The Beach Boys
Graduation Day 1966: Live At The University of Michigan
For the past few years, thanks to copyright laws, The Beach Boys have released a few digital-only releases featuring rarities, unreleased material, and other recordings that have not otherwise been officially released, all of which are fifty years old in that particular year. These copyright releases have often been revelatory in their own way, offering rare insight into the complex nature of Brian Wilson’s muse. Unfortunately for fans, one can’t expect too much greatness in terms of lost material this year; the band’s sessions for Pet Sounds and Smile have been almost completely cleared. Thus, this year’s offering, Graduation Day 1966: Live At The University of Michigan feels a bit skimpy, the performance here mostly perfunctory. It’s not even a Graduation Day performance, either; this set was recorded in October, at a series of Homecoming shows.
But this live performance has a greater historical significance. This show in 1966 finds the band in a weird sort of transition. With Brian out of the picture, the live show had become something completely detached from the records they were releasing. The set reflects that; it’s a blend of more recent material, with the surfing and beach songs mostly ignored; though there’s a great medley of surfing hits, the setlist is drawn largely from releases over the previous year. It’s understandable that the band—which was nothing if not prolific—would want to keep things contemporary, but that poses a problem: the new material was becoming so musically complex that reproducing them on stage in their current iteration was a difficult, often disappointing task. Thus, the older material sounds taut and undeniably strong, while the newer material feels somewhat weak and tentative in comparison.
Yet that newer material is fantastic. The set features three numbers from Pet Sounds; “Wouldn’t It Be Nice,” “Sloop John B,” and “God Only Knows,” and though Carl Wilson’s singing is always gorgeous, the band clearly struggles to replicate the songs with just a standard guitar/bass/drum lineup. What makes this particular collection of performances so historically important, though, is that it’s the first airing of the band’s newest single, “Good Vibrations.” It’s tentative as hell; the band struggles with it, and Mike Love’s joking reveals both a love of the song and a frustration with the complexities of performing it live. The “woo-woo-woo” machine, the Theremin, isn’t prominent, and without it, the song sounds a helluva lot like a blatant rip-off of “The Boy From New York City.”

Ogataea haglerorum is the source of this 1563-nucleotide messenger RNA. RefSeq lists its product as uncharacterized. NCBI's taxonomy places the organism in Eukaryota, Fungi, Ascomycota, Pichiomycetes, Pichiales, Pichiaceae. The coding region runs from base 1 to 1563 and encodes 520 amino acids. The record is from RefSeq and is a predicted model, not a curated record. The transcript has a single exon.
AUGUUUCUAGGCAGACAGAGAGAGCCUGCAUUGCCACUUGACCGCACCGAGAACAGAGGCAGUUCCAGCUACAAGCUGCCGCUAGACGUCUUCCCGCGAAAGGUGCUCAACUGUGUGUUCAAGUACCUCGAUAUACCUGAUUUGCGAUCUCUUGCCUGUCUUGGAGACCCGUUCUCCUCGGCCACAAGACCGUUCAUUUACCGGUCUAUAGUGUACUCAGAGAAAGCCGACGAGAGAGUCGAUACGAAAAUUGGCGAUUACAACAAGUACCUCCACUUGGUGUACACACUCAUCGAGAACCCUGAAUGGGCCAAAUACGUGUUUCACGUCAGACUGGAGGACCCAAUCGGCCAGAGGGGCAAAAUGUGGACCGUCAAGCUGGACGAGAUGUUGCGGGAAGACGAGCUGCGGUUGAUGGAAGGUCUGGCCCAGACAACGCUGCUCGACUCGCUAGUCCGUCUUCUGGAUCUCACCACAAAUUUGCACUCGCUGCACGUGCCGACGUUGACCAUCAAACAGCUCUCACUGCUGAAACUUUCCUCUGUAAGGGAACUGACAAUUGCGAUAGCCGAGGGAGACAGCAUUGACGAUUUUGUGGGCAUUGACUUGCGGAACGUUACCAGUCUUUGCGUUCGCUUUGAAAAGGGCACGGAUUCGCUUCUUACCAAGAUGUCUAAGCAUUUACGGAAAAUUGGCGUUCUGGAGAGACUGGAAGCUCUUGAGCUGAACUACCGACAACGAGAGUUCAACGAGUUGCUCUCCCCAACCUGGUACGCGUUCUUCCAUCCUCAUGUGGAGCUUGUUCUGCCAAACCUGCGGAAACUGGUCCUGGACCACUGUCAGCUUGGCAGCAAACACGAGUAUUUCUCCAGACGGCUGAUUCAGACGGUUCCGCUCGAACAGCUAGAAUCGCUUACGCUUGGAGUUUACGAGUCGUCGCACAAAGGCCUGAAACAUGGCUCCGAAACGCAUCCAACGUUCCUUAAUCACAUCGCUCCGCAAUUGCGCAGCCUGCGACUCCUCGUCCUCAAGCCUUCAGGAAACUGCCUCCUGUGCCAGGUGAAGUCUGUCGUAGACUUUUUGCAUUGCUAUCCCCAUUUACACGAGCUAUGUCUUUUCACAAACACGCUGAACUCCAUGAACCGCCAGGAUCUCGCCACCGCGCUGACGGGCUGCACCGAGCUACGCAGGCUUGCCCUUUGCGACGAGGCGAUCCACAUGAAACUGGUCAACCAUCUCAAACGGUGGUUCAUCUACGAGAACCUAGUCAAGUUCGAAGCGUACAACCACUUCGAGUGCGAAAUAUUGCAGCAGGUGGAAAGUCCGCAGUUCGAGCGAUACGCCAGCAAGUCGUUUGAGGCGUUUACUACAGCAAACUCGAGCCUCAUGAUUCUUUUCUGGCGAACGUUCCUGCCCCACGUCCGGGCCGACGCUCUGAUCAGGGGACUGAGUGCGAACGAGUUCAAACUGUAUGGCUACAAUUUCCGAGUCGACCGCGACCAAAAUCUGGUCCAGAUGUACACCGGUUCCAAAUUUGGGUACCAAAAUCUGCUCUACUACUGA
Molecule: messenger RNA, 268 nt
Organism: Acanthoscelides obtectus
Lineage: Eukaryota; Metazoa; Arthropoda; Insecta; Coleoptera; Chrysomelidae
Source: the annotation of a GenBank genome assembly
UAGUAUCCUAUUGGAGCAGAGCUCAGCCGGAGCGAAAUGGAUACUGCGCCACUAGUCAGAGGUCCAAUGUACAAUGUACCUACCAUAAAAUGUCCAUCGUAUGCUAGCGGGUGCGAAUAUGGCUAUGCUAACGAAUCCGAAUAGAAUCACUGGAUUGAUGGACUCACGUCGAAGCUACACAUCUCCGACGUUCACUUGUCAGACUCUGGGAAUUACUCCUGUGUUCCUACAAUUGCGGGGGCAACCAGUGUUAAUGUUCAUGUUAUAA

Yet there’s a surprise waiting in the wings, and that’s what makes this set fun: Brian Wilson. Brian had flown to Michigan to work with the band, to help them get “Good Vibrations” right, yet he doesn’t bother to appear until the final song, a rather hot cover of Chuck Berry’s “Johnny B. Goode.” Though it seems like a rip-off that Brian doesn’t appear earlier, it’s clear that when you listen to when he does come on stage that he’s having a fun time performing. Their take is fun, funny, and it’s obvious he’s having a good time. While Brian’s stage fright is understandable, it’s also frustrating to comprehend that some of his reticence was simply artistic posturing. Wilson’s complex; he’s always declared both his reticence of live performance with proclamations that he loves playing live.
Graduation Day 1966: Live At The University of Michigan isn’t that exciting of a performance, but it does offer some historical context of a band at a creative crossroads. At this point in their careers, they were seemingly on their way to becoming has-beens, relics of an American culture no longer relevant to the socially aware hippie consciousness and psychedelic rock mindset that was on the rise. There’s a hint of that here—Love mentions how the band had faced picketers at the gig the previous night, protestors holding signs that say, “The Beach Boys undermine the cultural advancement of America.” It garners a big laugh, but the writing was on the wall: “America’s Band” was becoming a portrait of all that was wrong with America, and would soon become culturally irrelevant…which makes their lasting and enduring musical legacy all the sweeter.